Archive for December, 2009
Bruney: Loving the facial hair • 12.29.09
Brian Bruney was a solid reliever and a very good guy for the Yankees the past few years, and I was glad to hear that he would be getting an opportunity to compete for the closer’s job after being traded to Washington earlier this winter. Matt Capps is legitimate competition but I’m sure Bruney is planning to give the former Pirate all he can handle in spring training.
Bruney recently did a Q & A with a Nats beat writer where he says that a) he’s healthy now and his poor performances in the postseason had nothing to do with injury; b) that he’s happy to be reunited with Mike Rizzo, who drafted Bruney in Arizona and is now the Nats GM; and c) that winning could be more fun in Washington since no one expects the Nats to do much (“When you expect to win every night like we did in New York, I don’t know if the winning is as fun as when nobody expects you to win. You are the underdogs every night and you prove people wrong. I think that is a lot more fun.”)
The best part of the piece, however, is the part where Bruney talks about the first thing that occurred to him when he heard he was traded. Much like many Yankees who leave town, his first thought had to do with a razor blade.
“I can finally grow some facial hair after four years,” he said. “That’s great. That was one of the first things I thought about. When I was traded, I said, ‘Wow, finally, I can grow a beard.’”
Searching for agreement • 12.29.09
Left field is up for debate. The roles of Joba Chamberlain and Phil Hughes are undefined. There are favorites for the bullpen and bench, but few of those pieces are set in stone.
At this point, though, can we agree on that these 14 spots and roles are set for the Yankees in 2010?
A.J. Burnett – Starting pitcher. Probably the No. 2 spot in the rotation. Just have to hope he stays healthy.
Robinson Cano – Starting second baseman. Production from the bottom half of the batting order.
Curtis Granderson – Starting center fielder. Able to play multiple roles in the lineup. Biggest name of the new additions.
Derek Jeter – Starting shortstop. Face of the franchise. Almost certainly the lead-off hitter.
Nick Johnson – Designated hitter. Backup first baseman. Almost certainly the No. 2 hitter.
Damaso Marte – Left-handed reliever. Hoping for the 2009 playoff version, not the 2009 regular season version.
Andy Pettitte – Starting pitcher. Middle of the rotation. A repeat of last season would be just fine.
Jorge Posada – Starting catcher. A few lingering health concerns. Probably occasional starts at designated hitter.
Mariano Rivera – Himself.
Dave Robertson – Right-handed reliever. Middle to late innings. He’s a lock, right?
Alex Rodriguez — Starting third baseman. Clean-up hitter. Suddenly a playoff hero.
CC Sabathia – Starting pitcher. Opening day. Probably for the next few years.
Nick Swisher – Starting right fielder. Pest at the plate. Power at the bottom of the order.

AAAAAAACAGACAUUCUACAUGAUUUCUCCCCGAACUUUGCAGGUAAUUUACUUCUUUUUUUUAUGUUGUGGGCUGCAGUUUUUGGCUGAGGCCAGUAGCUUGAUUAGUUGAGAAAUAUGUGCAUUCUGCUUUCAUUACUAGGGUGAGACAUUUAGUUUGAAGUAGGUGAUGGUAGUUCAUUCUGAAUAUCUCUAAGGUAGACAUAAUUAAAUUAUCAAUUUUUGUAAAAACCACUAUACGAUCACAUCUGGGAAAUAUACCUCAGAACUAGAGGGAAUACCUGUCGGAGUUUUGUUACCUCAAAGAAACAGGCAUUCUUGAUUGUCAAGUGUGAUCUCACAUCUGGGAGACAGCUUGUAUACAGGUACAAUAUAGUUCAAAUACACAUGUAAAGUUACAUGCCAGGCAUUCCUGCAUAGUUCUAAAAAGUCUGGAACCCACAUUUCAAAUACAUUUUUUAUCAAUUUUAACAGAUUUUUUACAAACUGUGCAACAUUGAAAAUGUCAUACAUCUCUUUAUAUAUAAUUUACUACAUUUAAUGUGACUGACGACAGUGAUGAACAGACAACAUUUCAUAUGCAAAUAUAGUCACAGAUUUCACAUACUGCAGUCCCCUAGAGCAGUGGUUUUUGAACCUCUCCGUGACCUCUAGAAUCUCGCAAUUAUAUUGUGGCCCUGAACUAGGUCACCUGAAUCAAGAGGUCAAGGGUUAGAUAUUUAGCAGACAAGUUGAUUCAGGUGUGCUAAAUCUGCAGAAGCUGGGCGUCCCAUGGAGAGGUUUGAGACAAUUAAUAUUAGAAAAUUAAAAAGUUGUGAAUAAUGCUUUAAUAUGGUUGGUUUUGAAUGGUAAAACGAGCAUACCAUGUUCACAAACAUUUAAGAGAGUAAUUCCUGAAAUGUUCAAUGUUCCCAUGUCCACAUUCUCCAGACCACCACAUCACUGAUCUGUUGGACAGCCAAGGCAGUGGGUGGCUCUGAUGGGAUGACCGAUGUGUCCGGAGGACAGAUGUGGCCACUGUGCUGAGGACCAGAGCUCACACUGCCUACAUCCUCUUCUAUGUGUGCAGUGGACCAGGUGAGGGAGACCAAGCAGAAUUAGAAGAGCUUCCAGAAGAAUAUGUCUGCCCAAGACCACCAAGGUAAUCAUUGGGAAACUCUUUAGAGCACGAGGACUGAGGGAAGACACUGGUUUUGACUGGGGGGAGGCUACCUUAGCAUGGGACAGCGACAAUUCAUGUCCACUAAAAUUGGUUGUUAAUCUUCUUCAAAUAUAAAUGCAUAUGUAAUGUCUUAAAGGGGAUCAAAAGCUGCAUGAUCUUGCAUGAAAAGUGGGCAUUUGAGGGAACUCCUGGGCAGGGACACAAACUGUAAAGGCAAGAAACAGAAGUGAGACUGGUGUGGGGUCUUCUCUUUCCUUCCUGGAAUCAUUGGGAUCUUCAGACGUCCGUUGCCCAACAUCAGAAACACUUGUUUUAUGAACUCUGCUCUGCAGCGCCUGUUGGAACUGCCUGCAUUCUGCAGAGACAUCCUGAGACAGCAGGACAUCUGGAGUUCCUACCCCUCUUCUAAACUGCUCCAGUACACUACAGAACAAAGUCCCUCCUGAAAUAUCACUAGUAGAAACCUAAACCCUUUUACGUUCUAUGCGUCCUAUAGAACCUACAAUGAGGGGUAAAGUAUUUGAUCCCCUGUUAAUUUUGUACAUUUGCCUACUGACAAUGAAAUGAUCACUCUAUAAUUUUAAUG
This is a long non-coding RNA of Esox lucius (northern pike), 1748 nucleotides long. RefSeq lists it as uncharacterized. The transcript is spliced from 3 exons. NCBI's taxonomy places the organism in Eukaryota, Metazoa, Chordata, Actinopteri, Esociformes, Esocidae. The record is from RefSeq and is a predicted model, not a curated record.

Mark Teixeira – Starting first baseman. No. 3 hitter. MVP candidate.
It’s more or less certain that Joba Chamberlain, Phil Hughes, Brett Gardner, Alfredo Aceves and Chad Gaudin will play one role or another, but I’m not sure those roles are 100 percent set at this point. Francisco Cervelli, Ramiro Pena, Jamie Hoffmann and (maybe) Boone Logan are also favorites to make the team, but those situations could change depending on other moves that might or might not happen.
Expectations for Jamie Hoffmann • 12.28.09
In the past few days, I have twice written that Reed Johnson (in my opinion) makes some sense for the Yankees because he’s versatile in the outfield, he bats right-handed and his splits are very good against left-handed pitchers. As low-cost options go, Johnson seems to fit.
Some have countered – fairly enough – that Rule 5 pick Jamie Hoffmann is also a versatile outfielder who bats right-handed and has shown good splits against lefties.
True, but I’m not sure that makes a player like Johnson redundant.
You might remember that Hoffmann was a name absolutely no one was talking about until a few minutes before he was announced as the top Rule 5 pick. When the selection was made, we quickly learned that he made a lot of sense for all of the reasons listed above, but the fact is that the Dodgers didn’t think they had room for Hoffmann on the 40-man roster, much less the 25-man roster. He has only 22 big league at-bats and only 72 games of Triple-A experience.
Based on numbers and scouting reports, Hoffmann seems to have plenty of potential. My guess is he’ll make the Yankees out of spring training, and he could eventually work his way into something more than a last option off the bench. But I’m not sure it makes sense for the Yankees to go into spring training counting on him to play a significant role. If Hoffmann produces, that’s a bonus for the Yankees and a job well done by the Yankees pro-scouting department, but it’s hard to enter the season expecting a big contribution. Hoping for it makes sense. Planning on it doesn’t.
DeRosa on the radar, but unlikely • 12.28.09
Turns out, it’s also cold in New York. After a bit of a delay in Detroit, I’m finally back in my apartment. And the hot stove has at least gotten a bit warmer.
Looks like Mark DeRosa is moving closer to a deal with the Giants. Jon Heyman reports that the Yankees remain interested and will be “disappointed” if the DeRosa-to-the-Giants deal goes through. None of this is especially new information — we were basically hearing the same things last week — but it suggests the situation hasn’t changed over the weekend.